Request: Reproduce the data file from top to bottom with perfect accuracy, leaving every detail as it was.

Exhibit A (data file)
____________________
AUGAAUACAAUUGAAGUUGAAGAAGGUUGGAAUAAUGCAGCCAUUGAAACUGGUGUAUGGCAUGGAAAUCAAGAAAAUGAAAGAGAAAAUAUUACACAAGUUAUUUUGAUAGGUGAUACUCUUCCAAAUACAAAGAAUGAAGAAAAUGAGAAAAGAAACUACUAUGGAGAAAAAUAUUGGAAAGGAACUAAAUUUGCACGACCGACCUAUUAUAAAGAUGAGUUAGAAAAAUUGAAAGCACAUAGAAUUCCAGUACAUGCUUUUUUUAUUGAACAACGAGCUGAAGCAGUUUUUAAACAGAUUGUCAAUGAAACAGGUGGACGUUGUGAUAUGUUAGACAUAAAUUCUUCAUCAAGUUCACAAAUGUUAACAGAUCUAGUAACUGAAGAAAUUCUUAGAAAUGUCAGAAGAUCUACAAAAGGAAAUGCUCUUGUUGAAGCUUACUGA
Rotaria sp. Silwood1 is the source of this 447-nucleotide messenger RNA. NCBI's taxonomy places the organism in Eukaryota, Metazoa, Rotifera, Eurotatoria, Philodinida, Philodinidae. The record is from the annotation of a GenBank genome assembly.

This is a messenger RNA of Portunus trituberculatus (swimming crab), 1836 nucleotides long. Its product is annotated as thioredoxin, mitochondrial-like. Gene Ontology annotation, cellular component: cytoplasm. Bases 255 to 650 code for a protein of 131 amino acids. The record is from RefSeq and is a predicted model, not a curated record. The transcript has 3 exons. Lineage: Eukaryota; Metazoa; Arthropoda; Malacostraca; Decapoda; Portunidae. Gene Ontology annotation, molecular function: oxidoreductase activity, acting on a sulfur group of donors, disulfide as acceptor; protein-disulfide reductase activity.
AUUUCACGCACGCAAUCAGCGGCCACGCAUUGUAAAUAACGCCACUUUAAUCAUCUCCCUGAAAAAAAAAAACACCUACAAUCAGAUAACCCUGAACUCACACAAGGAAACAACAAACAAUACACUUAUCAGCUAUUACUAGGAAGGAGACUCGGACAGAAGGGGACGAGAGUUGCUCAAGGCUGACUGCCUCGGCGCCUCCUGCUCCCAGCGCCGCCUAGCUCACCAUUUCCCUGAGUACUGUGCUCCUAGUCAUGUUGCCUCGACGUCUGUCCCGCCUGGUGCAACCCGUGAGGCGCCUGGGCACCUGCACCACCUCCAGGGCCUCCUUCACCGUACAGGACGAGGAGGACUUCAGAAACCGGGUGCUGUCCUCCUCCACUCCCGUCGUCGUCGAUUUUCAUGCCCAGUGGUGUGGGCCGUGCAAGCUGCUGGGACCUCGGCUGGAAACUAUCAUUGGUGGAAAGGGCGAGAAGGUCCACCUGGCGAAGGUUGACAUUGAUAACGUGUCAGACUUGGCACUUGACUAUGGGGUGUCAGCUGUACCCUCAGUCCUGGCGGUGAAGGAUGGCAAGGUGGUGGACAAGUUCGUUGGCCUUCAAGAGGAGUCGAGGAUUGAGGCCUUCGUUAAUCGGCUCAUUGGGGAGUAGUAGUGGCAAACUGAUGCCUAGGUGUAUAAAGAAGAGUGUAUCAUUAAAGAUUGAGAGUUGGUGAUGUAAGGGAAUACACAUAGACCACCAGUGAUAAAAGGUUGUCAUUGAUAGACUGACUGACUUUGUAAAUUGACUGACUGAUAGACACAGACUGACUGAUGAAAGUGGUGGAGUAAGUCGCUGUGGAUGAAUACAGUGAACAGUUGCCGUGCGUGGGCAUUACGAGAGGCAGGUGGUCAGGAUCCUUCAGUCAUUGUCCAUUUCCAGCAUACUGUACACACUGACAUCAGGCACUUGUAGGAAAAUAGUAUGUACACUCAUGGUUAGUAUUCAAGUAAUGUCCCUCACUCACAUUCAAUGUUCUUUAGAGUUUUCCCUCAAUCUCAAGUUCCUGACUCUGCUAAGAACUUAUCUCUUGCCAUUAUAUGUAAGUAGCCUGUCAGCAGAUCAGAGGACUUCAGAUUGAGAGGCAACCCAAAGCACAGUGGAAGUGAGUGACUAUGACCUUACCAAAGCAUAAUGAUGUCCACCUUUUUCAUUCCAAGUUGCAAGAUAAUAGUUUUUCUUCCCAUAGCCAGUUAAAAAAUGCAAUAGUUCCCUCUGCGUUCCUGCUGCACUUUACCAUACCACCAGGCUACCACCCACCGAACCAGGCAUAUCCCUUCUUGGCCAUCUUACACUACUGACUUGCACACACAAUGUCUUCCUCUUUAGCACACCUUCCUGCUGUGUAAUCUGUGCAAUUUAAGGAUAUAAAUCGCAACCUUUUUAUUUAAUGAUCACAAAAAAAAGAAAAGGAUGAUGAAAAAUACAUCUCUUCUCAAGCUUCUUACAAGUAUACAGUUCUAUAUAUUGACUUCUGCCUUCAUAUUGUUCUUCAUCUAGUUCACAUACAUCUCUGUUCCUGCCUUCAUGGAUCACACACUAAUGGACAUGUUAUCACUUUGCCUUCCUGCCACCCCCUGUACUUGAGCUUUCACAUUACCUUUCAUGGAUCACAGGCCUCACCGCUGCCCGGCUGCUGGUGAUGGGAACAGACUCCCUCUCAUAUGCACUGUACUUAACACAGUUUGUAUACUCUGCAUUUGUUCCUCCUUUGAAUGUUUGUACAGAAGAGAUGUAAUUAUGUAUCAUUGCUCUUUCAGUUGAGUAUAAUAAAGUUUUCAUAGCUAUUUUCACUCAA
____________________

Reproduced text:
AUGAAUACAAUUGAAGUUGAAGAAGGUUGGAAUAAUGCAGCCAUUGAAACUGGUGUAUGGCAUGGAAAUCAAGAAAAUGAAAGAGAAAAUAUUACACAAGUUAUUUUGAUAGGUGAUACUCUUCCAAAUACAAAGAAUGAAGAAAAUGAGAAAAGAAACUACUAUGGAGAAAAAUAUUGGAAAGGAACUAAAUUUGCACGACCGACCUAUUAUAAAGAUGAGUUAGAAAAAUUGAAAGCACAUAGAAUUCCAGUACAUGCUUUUUUUAUUGAACAACGAGCUGAAGCAGUUUUUAAACAGAUUGUCAAUGAAACAGGUGGACGUUGUGAUAUGUUAGACAUAAAUUCUUCAUCAAGUUCACAAAUGUUAACAGAUCUAGUAACUGAAGAAAUUCUUAGAAAUGUCAGAAGAUCUACAAAAGGAAAUGCUCUUGUUGAAGCUUACUGA
Rotaria sp. Silwood1 is the source of this 447-nucleotide messenger RNA. NCBI's taxonomy places the organism in Eukaryota, Metazoa, Rotifera, Eurotatoria, Philodinida, Philodinidae. The record is from the annotation of a GenBank genome assembly.

This is a messenger RNA of Portunus trituberculatus (swimming crab), 1836 nucleotides long. Its product is annotated as thioredoxin, mitochondrial-like. Gene Ontology annotation, cellular component: cytoplasm. Bases 255 to 650 code for a protein of 131 amino acids. The record is from RefSeq and is a predicted model, not a curated record. The transcript has 3 exons. Lineage: Eukaryota; Metazoa; Arthropoda; Malacostraca; Decapoda; Portunidae. Gene Ontology annotation, molecular function: oxidoreductase activity, acting on a sulfur group of donors, disulfide as acceptor; protein-disulfide reductase activity.
AUUUCACGCACGCAAUCAGCGGCCACGCAUUGUAAAUAACGCCACUUUAAUCAUCUCCCUGAAAAAAAAAAACACCUACAAUCAGAUAACCCUGAACUCACACAAGGAAACAACAAACAAUACACUUAUCAGCUAUUACUAGGAAGGAGACUCGGACAGAAGGGGACGAGAGUUGCUCAAGGCUGACUGCCUCGGCGCCUCCUGCUCCCAGCGCCGCCUAGCUCACCAUUUCCCUGAGUACUGUGCUCCUAGUCAUGUUGCCUCGACGUCUGUCCCGCCUGGUGCAACCCGUGAGGCGCCUGGGCACCUGCACCACCUCCAGGGCCUCCUUCACCGUACAGGACGAGGAGGACUUCAGAAACCGGGUGCUGUCCUCCUCCACUCCCGUCGUCGUCGAUUUUCAUGCCCAGUGGUGUGGGCCGUGCAAGCUGCUGGGACCUCGGCUGGAAACUAUCAUUGGUGGAAAGGGCGAGAAGGUCCACCUGGCGAAGGUUGACAUUGAUAACGUGUCAGACUUGGCACUUGACUAUGGGGUGUCAGCUGUACCCUCAGUCCUGGCGGUGAAGGAUGGCAAGGUGGUGGACAAGUUCGUUGGCCUUCAAGAGGAGUCGAGGAUUGAGGCCUUCGUUAAUCGGCUCAUUGGGGAGUAGUAGUGGCAAACUGAUGCCUAGGUGUAUAAAGAAGAGUGUAUCAUUAAAGAUUGAGAGUUGGUGAUGUAAGGGAAUACACAUAGACCACCAGUGAUAAAAGGUUGUCAUUGAUAGACUGACUGACUUUGUAAAUUGACUGACUGAUAGACACAGACUGACUGAUGAAAGUGGUGGAGUAAGUCGCUGUGGAUGAAUACAGUGAACAGUUGCCGUGCGUGGGCAUUACGAGAGGCAGGUGGUCAGGAUCCUUCAGUCAUUGUCCAUUUCCAGCAUACUGUACACACUGACAUCAGGCACUUGUAGGAAAAUAGUAUGUACACUCAUGGUUAGUAUUCAAGUAAUGUCCCUCACUCACAUUCAAUGUUCUUUAGAGUUUUCCCUCAAUCUCAAGUUCCUGACUCUGCUAAGAACUUAUCUCUUGCCAUUAUAUGUAAGUAGCCUGUCAGCAGAUCAGAGGACUUCAGAUUGAGAGGCAACCCAAAGCACAGUGGAAGUGAGUGACUAUGACCUUACCAAAGCAUAAUGAUGUCCACCUUUUUCAUUCCAAGUUGCAAGAUAAUAGUUUUUCUUCCCAUAGCCAGUUAAAAAAUGCAAUAGUUCCCUCUGCGUUCCUGCUGCACUUUACCAUACCACCAGGCUACCACCCACCGAACCAGGCAUAUCCCUUCUUGGCCAUCUUACACUACUGACUUGCACACACAAUGUCUUCCUCUUUAGCACACCUUCCUGCUGUGUAAUCUGUGCAAUUUAAGGAUAUAAAUCGCAACCUUUUUAUUUAAUGAUCACAAAAAAAAGAAAAGGAUGAUGAAAAAUACAUCUCUUCUCAAGCUUCUUACAAGUAUACAGUUCUAUAUAUUGACUUCUGCCUUCAUAUUGUUCUUCAUCUAGUUCACAUACAUCUCUGUUCCUGCCUUCAUGGAUCACACACUAAUGGACAUGUUAUCACUUUGCCUUCCUGCCACCCCCUGUACUUGAGCUUUCACAUUACCUUUCAUGGAUCACAGGCCUCACCGCUGCCCGGCUGCUGGUGAUGGGAACAGACUCCCUCUCAUAUGCACUGUACUUAACACAGUUUGUAUACUCUGCAUUUGUUCCUCCUUUGAAUGUUUGUACAGAAGAGAUGUAAUUAUGUAUCAUUGCUCUUUCAGUUGAGUAUAAUAAAGUUUUCAUAGCUAUUUUCACUCAA